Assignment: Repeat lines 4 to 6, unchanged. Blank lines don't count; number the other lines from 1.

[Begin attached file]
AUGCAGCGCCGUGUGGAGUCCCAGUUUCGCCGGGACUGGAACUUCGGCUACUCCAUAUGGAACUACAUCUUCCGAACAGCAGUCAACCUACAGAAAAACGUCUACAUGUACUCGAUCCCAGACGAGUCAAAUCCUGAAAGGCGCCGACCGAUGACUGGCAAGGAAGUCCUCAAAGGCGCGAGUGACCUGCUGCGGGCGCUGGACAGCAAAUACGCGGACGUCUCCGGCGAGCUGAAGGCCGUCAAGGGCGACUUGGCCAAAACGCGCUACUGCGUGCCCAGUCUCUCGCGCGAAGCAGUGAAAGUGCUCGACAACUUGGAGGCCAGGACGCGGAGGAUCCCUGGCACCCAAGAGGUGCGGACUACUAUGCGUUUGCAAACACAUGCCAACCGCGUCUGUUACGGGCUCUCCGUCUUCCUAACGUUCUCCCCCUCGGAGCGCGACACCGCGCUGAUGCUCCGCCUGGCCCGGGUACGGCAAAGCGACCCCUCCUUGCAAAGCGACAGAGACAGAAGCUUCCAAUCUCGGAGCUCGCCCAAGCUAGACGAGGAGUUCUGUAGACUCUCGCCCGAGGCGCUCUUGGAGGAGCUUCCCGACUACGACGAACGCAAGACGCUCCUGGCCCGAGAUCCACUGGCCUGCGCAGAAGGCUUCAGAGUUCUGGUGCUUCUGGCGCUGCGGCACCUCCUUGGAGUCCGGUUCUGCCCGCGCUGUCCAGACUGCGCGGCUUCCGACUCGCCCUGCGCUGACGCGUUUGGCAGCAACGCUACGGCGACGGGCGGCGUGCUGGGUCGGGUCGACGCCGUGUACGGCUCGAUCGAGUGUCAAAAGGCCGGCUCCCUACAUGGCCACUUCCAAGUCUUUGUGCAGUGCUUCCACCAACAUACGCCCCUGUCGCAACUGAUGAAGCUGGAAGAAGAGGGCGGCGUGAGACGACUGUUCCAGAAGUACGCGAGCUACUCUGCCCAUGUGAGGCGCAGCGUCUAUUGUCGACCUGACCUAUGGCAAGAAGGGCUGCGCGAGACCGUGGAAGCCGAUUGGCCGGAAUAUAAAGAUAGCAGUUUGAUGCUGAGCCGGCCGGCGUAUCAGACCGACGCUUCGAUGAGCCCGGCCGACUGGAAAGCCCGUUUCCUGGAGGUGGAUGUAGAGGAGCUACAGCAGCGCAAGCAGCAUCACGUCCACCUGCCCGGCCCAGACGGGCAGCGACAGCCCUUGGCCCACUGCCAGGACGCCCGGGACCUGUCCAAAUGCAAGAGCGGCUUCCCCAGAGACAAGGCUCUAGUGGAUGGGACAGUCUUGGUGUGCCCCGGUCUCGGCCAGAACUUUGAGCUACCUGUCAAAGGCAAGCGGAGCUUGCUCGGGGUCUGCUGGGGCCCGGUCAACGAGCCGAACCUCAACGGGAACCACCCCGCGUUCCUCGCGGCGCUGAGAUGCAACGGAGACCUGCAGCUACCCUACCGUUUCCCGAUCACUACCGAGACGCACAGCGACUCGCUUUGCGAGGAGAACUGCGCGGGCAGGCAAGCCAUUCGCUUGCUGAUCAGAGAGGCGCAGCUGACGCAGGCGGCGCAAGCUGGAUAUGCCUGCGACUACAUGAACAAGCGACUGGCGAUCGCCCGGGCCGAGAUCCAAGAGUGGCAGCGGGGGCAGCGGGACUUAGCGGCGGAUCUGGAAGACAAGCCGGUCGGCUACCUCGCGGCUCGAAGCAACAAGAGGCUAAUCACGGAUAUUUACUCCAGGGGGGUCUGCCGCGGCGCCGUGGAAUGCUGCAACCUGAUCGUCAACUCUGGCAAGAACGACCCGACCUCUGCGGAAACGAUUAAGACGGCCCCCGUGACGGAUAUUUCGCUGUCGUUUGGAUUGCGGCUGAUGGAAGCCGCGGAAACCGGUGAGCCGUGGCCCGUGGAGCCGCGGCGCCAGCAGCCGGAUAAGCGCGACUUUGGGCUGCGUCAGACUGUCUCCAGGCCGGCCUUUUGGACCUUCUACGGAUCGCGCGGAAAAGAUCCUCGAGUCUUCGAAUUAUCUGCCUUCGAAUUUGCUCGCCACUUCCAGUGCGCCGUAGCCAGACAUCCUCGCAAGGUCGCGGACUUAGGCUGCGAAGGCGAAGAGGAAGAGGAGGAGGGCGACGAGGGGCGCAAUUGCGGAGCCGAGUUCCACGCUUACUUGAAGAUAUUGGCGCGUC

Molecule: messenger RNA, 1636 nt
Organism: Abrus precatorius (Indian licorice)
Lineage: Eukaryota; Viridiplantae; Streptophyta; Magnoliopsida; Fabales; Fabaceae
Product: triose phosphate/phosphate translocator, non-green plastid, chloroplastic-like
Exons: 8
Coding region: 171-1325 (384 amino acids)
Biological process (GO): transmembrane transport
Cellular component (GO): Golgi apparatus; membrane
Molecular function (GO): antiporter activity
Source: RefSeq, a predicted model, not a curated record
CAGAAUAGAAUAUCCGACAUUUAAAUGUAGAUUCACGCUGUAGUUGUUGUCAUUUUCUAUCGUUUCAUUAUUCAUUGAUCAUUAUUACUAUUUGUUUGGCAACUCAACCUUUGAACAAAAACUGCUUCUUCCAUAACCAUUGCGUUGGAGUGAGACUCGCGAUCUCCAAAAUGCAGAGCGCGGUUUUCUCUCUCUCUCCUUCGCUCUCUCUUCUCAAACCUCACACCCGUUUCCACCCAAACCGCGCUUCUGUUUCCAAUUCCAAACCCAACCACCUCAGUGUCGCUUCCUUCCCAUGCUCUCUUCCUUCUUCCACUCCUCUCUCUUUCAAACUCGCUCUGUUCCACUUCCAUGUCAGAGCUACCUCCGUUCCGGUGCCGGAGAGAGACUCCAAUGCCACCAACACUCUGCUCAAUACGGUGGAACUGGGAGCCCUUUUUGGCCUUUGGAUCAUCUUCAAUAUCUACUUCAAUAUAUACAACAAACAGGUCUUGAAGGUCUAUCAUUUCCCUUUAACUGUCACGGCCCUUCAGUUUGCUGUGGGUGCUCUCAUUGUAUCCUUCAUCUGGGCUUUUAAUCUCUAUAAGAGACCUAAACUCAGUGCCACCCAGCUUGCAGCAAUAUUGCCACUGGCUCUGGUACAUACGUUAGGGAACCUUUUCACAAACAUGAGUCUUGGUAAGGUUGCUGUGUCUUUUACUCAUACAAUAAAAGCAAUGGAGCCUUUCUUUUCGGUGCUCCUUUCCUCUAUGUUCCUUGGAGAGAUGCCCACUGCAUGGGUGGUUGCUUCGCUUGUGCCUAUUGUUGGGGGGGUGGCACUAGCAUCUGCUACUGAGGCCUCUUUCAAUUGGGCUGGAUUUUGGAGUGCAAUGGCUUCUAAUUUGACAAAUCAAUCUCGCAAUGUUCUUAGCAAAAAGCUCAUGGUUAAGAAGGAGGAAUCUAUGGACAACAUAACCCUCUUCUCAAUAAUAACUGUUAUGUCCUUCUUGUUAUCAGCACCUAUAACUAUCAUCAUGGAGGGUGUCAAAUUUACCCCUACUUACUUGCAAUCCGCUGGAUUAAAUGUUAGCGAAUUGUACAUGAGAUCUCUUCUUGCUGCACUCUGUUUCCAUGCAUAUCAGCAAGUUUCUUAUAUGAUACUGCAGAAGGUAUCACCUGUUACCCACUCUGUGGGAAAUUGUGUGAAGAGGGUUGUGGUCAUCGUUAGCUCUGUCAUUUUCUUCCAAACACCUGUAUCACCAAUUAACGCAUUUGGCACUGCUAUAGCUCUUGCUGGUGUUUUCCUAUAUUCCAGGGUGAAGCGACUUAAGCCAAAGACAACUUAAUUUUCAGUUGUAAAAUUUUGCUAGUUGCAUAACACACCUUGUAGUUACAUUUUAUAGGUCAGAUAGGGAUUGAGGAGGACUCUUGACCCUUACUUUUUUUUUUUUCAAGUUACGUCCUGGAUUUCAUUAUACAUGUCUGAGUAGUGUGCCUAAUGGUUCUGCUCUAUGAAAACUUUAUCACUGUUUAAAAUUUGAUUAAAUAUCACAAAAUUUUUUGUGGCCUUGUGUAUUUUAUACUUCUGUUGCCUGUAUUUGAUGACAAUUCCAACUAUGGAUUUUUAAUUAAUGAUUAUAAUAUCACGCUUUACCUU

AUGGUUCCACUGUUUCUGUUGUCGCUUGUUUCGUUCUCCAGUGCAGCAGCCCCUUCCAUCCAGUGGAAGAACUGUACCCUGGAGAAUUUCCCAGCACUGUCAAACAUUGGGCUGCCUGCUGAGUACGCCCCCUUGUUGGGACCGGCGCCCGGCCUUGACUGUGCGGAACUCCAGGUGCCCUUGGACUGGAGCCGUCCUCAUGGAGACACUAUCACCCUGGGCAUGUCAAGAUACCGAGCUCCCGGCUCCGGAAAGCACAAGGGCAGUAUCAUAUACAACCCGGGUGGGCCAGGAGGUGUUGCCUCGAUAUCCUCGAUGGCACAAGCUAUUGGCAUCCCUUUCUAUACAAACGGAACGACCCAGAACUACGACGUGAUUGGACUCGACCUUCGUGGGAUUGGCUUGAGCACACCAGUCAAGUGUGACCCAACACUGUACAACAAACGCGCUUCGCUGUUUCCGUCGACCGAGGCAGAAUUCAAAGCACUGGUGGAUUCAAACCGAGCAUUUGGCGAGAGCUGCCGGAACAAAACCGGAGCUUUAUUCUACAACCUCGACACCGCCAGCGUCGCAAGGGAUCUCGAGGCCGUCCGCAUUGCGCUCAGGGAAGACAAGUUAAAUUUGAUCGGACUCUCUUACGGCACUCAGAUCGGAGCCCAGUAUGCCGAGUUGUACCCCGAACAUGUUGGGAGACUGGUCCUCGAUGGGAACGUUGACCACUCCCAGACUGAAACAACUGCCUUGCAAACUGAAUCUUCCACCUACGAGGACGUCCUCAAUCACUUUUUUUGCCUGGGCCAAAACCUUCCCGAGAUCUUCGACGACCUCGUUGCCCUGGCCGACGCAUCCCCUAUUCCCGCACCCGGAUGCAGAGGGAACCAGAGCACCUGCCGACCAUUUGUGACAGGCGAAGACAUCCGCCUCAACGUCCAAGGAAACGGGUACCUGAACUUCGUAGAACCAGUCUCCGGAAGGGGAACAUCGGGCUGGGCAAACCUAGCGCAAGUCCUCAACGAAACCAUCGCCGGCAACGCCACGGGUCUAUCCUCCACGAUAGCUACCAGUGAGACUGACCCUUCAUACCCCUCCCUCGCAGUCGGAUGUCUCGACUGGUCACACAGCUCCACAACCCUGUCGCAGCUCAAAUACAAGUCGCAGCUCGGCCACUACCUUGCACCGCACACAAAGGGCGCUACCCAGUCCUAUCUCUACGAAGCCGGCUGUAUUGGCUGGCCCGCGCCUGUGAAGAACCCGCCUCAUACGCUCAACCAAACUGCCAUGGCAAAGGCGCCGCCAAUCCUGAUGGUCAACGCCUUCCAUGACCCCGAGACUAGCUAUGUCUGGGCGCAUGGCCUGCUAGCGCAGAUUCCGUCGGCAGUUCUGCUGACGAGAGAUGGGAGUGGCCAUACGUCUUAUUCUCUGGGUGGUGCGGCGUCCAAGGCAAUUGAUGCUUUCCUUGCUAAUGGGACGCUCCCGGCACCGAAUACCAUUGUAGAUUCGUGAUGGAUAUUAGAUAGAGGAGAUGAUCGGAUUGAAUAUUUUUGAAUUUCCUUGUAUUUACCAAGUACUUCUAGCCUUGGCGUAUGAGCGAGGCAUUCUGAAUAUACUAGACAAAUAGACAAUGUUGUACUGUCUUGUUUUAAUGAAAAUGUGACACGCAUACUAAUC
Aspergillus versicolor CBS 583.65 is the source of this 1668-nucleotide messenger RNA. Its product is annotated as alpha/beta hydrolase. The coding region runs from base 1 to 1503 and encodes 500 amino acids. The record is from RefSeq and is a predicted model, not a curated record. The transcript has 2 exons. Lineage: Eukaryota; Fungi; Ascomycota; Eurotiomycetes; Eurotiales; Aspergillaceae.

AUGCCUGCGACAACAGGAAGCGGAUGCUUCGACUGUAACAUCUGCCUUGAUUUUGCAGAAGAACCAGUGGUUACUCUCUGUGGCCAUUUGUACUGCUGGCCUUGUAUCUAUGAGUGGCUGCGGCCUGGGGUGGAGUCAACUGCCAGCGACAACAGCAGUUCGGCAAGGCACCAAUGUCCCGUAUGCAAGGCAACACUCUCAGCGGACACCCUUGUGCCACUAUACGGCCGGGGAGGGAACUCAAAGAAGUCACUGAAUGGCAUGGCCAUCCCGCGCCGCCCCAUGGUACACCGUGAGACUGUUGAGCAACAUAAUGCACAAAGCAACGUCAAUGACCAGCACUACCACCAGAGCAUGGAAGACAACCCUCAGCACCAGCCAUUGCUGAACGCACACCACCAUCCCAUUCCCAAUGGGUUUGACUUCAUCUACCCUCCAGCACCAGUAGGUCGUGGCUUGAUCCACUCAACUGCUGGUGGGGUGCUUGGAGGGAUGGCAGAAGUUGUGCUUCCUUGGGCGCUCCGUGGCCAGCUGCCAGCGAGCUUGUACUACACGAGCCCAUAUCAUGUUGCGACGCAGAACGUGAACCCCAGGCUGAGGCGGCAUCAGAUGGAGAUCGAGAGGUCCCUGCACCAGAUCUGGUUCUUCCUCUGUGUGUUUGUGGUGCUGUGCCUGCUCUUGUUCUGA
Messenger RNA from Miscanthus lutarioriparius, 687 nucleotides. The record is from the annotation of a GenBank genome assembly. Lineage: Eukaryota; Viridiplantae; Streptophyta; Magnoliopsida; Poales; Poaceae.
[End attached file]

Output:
Lineage: Eukaryota; Viridiplantae; Streptophyta; Magnoliopsida; Fabales; Fabaceae
Product: triose phosphate/phosphate translocator, non-green plastid, chloroplastic-like
Exons: 8